In The Abolition of man, CS Lewis writes, “the task of the modern educator is not to cut down jungles, but to irrigate deserts.” Elsewhere Lewis writes that the, “Lord finds our desires not too strong, but too weak.” He then goes on to to say that we are “half-hearted creatures.” If you have spent any time in a high school classroom recently you will likely affirm Lewis’ exhortation that, “for every one pupil who needs to be guarded from a weak excess of sensibility there are three who need to be awakened from the slumber of cold vulgarity.” No character in modern American television better exemplifies the tendency towards a weak excess of sensibility than Parks and Recreation’s Leslie Knope.
Leslie Knope is the Assistant Parks Director in the fictional town of Pawnee, IN. Knope epitomizes the “type A” personality. She is driven, pushy, and detailed. However, throughout the course of the show’s six seasons, her sometimes excessive type A sensibilities have little negative impact on her relationships. Sure, at times her loved ones grow annoyed with her. Her friends often make jokes aimed at her passions. Leslie will make jokes at her own expense when she, at moments, realizes that she is “a little much sometimes.” In season 5, episode 19, Leslie’s husband, Ben, and her best friend, Ann, find themselves in a bidding war for a waffle maker that each of them hopes to give Leslie as a gift. It is not Leslie’s birthday, nor is it Christmas. In fact, both Ben and Ann have different anniversaries with Leslie for which they see the waffle maker as the perfect gift. Ben needs a gift for Leslie to celebrate “Waffle Day” which is the anniversary of the first time the two ate waffles together. Ann needs the waffle maker because she thinks it is the perfect gift for Leslie as the two celebrate “Breakfast Day” which is the anniversary of the first time the two of them went out to breakfast.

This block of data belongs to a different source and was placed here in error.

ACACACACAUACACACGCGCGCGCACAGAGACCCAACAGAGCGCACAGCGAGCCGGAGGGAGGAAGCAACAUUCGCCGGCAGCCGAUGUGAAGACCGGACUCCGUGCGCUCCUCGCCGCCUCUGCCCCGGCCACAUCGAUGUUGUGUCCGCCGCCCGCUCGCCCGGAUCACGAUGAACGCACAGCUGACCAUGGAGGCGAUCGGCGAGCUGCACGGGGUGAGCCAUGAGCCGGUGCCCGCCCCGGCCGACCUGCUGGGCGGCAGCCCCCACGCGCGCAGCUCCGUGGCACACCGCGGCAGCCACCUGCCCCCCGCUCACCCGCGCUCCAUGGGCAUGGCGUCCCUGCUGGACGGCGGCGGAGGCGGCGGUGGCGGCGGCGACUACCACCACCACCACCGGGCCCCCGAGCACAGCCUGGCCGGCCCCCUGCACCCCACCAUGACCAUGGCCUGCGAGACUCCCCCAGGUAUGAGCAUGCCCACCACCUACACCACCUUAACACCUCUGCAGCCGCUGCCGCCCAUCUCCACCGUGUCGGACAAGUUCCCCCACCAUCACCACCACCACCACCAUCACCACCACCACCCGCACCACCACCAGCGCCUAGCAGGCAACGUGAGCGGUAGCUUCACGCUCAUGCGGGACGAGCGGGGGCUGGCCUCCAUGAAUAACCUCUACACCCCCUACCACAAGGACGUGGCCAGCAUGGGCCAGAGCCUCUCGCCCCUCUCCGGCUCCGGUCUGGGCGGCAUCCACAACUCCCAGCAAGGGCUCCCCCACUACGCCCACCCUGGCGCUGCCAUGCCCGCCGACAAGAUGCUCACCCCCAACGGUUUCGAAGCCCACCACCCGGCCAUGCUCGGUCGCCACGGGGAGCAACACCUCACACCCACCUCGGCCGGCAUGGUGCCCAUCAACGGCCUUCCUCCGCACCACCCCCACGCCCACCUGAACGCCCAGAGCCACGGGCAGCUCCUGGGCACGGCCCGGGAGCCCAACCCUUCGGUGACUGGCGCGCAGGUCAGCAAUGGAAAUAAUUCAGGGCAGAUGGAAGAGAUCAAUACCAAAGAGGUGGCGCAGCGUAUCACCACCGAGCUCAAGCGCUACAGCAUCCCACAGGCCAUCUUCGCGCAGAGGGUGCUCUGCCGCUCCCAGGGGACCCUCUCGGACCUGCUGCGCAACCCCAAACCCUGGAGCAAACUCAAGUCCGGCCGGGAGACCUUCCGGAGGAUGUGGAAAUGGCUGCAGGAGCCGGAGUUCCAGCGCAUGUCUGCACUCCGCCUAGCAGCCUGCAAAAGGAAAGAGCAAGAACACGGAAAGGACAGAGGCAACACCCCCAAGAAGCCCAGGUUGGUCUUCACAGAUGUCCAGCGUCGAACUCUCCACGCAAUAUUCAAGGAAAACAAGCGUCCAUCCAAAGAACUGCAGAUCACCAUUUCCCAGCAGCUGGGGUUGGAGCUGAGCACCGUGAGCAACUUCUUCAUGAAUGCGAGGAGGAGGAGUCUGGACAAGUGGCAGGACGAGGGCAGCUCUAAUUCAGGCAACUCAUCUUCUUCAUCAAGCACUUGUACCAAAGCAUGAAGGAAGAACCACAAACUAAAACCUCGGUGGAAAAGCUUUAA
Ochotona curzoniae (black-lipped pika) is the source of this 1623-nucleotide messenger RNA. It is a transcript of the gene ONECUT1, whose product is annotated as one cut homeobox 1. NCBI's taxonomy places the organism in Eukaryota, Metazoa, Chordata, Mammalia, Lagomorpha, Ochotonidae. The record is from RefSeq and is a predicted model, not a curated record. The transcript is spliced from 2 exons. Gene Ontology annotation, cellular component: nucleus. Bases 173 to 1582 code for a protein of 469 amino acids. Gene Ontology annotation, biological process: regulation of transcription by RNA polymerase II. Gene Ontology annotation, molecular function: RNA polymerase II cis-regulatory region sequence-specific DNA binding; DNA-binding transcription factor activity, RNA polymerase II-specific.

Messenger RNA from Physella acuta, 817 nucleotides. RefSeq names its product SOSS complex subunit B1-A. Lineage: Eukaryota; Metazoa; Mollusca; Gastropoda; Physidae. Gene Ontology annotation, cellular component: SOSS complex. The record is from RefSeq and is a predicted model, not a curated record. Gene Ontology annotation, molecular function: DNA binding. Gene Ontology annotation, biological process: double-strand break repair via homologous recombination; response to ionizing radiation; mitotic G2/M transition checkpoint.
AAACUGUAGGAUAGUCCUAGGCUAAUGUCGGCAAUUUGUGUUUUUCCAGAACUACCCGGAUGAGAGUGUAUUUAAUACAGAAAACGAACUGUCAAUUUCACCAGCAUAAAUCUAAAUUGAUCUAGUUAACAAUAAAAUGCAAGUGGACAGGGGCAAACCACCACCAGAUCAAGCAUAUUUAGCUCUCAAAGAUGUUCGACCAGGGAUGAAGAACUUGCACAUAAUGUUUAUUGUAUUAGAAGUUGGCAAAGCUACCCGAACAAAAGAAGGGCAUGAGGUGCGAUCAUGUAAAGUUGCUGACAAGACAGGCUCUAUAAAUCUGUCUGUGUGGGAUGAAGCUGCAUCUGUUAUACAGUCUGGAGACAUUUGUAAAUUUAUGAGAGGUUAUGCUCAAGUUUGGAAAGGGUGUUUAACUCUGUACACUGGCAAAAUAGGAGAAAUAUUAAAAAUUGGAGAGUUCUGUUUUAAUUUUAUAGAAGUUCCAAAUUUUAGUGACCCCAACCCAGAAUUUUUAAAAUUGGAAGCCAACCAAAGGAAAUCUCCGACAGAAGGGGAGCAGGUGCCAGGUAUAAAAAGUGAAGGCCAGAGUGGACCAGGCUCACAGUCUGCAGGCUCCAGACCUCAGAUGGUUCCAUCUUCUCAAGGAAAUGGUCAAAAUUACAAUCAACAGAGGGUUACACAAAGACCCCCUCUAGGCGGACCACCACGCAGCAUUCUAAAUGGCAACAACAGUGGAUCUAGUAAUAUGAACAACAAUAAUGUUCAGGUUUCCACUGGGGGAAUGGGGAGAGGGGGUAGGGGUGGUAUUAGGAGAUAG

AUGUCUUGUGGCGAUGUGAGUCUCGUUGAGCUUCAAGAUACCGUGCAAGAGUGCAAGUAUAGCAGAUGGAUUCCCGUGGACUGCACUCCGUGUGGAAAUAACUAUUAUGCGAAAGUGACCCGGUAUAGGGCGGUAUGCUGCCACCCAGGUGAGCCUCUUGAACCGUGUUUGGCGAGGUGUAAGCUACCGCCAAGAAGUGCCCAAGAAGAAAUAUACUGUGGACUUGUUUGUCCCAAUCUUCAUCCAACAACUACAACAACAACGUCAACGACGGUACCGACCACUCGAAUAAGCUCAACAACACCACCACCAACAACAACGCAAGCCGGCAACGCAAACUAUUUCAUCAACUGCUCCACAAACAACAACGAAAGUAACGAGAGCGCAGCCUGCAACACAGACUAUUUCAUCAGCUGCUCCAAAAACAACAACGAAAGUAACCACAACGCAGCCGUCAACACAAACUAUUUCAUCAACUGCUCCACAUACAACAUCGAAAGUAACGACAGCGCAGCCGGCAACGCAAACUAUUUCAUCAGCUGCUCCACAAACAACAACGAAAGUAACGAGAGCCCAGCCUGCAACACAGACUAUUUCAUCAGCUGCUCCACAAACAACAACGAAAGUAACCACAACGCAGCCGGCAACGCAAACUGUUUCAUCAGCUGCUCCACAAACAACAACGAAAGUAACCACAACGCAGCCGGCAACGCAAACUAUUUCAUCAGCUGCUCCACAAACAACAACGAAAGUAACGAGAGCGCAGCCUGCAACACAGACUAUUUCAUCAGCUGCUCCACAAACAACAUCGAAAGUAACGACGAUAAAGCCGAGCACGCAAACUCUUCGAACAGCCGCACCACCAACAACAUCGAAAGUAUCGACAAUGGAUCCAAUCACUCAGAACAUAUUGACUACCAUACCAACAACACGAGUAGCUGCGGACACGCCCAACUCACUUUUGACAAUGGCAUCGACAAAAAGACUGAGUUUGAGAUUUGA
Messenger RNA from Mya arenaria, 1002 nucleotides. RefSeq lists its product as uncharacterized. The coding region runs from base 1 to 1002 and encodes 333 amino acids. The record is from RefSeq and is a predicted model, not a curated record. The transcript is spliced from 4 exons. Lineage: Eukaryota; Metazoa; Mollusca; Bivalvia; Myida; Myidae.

Why are Ben and Ann celebrating such trivial events? Because Leslie celebrates everything. As the episode progresses, you learn that Leslie has dozens of these anniversary events for each of them. Both Ben and Ann want the waffle maker because they want to finally get the perfect gift for Leslie (who loves waffles). But why? Because Leslie gets each of them thoughtful gifts for every one of these dozens of anniversaries. Leslie is able to give such thoughtful gifts to her loved ones because, to Leslie, everything matters. Leslie is a kindred spirit of those students whose “jungles” of sensibilities may need to be pruned from time to time, but it is easier to cut down a jungle than to irrigate the deserts.
I find Parks and Recreation to inspiritingly hopeful as an educator. Leslie loves her work. She doesn’t see her job as a means to the end of leisure and entertainment. Instead, she sees her work as an end. Leslie finds meaning and joy in the tedium of her municipal vocation. For a brief time, I served as a City Commissioner for the City of Raleigh’s Human Relations Commission. I have sat through several municipal meetings and it makes little sense to me how Leslie could love the public forum or the community feedback meeting as much as she does. Leslie’s passion and deep care for everything in her life is often mocked. However, it is her passion and care for everything that changes the show’s other characters. We may be able to mock a passionate enthusiast, but a passionate enthusiast who is enthused by everything, even her friendships? Eventually, that passion will change people and invite them into loving things more deeply.